This article needs more sources for reliability. (Learn how and when to remove this template message)
Republic of Indonesia
Republik Indonesia (Indonesian)
and largest city
|Official languages||Indonesian (national and official language)|
|Recognized languages||English |
and over 700 languages
|Ethnic groups |
or unspecified 29.9%
|Government||Unitary presidential constitutional republic|
|Legislature||People's Consultative Assembly|
|Regional Representative Council|
|People's Representative Council|
from the Netherlands
|1,919,440 km2 (741,100 sq mi) (15th)|
• 2011 estimate
• 2011 census
|123.76/km2 (320.5/sq mi) (84th)|
|GDP (PPP)||2011 estimate|
|$1.126 trillion (15th)|
• Per capita
|GDP (nominal)||2011 estimate|
|$834.331 billion (17th)|
• Per capita
|HDI (2011)|| 0.617|
medium · 124th
|Time zone||UTC+7 to +9 (various)|
|ISO 3166 code||ID|
Indonesia, (/ - , - /,) officially the Republic of Indonesia, (Indonesian: Republik Indonesia) is a nation in Southeast Asia. It is part of the Malay Islands. It has 18,108 islands. People live on about 6,000 of these islands. The most important islands of Indonesia are Java, Bali, Borneo, Sulawesi, and Sumatra. The capital of Indonesia is Jakarta, on Java. The president now is Joko Widodo. Modern Indonesia began on the 17th of August 1945. At 10 o'clock on that Friday morning, Sukarno read Indonesia's Declaration of Independence. Indonesia's Independence Day is a national holiday.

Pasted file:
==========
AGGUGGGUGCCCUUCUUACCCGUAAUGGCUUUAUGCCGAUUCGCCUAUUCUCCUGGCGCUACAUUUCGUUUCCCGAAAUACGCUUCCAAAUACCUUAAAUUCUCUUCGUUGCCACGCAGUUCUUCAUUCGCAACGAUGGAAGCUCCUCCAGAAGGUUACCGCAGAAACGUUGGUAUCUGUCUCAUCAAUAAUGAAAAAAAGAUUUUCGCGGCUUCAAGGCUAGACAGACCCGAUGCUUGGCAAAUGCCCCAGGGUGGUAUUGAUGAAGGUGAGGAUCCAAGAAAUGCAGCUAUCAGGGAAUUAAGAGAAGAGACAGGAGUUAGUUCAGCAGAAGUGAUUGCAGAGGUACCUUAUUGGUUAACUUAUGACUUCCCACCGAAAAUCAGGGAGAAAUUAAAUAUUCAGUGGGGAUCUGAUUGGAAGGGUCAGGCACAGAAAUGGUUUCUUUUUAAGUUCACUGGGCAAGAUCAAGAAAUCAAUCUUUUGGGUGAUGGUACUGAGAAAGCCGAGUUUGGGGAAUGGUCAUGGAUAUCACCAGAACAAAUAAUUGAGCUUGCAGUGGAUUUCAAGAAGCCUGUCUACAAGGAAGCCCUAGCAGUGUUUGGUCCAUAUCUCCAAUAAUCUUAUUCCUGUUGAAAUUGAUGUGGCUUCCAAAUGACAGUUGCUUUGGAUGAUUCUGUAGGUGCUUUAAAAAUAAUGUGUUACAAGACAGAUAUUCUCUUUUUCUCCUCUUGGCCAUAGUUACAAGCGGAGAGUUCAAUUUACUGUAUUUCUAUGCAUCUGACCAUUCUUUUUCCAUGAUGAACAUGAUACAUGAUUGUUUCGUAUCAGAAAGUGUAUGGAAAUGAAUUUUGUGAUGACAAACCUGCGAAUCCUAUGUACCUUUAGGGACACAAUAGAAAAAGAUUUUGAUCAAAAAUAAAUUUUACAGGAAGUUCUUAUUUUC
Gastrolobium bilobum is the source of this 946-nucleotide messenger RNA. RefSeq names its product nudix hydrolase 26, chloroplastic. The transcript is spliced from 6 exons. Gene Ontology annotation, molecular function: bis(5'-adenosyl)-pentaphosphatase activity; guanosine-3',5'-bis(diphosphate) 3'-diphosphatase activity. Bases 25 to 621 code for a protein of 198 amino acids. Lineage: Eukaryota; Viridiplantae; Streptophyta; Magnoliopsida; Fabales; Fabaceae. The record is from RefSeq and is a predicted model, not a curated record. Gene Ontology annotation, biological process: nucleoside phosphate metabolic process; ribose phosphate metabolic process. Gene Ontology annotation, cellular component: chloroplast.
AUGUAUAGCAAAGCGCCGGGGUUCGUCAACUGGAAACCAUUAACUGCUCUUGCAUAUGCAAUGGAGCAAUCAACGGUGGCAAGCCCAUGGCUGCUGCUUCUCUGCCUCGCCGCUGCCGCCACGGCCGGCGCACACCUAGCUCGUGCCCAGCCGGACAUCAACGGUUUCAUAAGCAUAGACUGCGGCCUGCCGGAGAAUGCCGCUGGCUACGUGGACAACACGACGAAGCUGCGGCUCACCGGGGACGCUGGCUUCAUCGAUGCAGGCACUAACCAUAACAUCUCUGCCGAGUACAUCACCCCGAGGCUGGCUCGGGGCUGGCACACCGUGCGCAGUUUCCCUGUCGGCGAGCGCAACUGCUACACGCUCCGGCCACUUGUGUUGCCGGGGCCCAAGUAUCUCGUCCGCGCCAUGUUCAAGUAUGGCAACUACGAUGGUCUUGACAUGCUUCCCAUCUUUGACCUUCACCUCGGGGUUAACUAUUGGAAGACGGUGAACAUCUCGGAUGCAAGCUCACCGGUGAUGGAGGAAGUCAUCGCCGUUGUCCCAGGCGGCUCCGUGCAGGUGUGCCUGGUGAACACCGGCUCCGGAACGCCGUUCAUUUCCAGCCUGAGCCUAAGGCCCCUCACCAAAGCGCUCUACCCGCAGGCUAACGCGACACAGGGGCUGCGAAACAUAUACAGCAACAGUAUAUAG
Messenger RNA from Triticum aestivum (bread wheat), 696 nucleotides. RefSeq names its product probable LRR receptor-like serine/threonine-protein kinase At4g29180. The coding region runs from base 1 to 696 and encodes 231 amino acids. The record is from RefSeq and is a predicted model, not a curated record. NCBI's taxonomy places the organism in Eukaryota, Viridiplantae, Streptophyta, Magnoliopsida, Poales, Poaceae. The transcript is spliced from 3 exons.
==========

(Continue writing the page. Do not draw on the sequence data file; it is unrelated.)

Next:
Indonesia is the fourth most populated country in the world with 238,452,952 people (2004 est.) Half of the population lives in Java, There are 111 people per km2. The land area is 1.904 million km2, or slightly smaller than Mexico. The official language of Indonesia is Bahasa Indonesia, but a total of 737 languages are spoken in different parts of Indonesia. Most of these many languages are only spoken among remote tribal groups. Other languages widely spoken in Indonesia include Javanese, Balinese and Sundanese. Indonesia's neighbors are Papua New Guinea, Malaysia, and East Timor which share land borders with Indonesia. Other nearby countries are Australia to the south, Singapore to the Northwest, and Philippines to the Northeast.
Most people in Indonesia follow Islam, but Indonesia is not an Islamic country by law. Indonesia has the largest Muslim population on earth. Other religions Indonesians follow include Christianity (Protestant and Roman Catholic), Hinduism, and Buddhism.
History[change | change source]
Pre World War II[change | change source]
Indonesia has a written history as far back as the 7th century and a much longer oral history. Before the colonial Dutch came in the 1596, much of what is now Indonesia was many different kingdoms. Often they were fighting each other.
Indonesia was colonized by the Netherlands in the 17th century and renamed the Dutch East Indies. During this time, the Dutch captured thousands of Malagasy people from Madagascar and forced them to work on pepper plantations in their colonies as slaves. The Dutch treated the islands like their property until World War II.
During World War II, the Japanese drove out the Dutch and took control of Indonesia. After Japan surrendered in the war, Indonesia claimed its independence on the 17th of August 1945. The proclamation was read by Sukarno in Jakarta. Sukarno later became Indonesia's first President.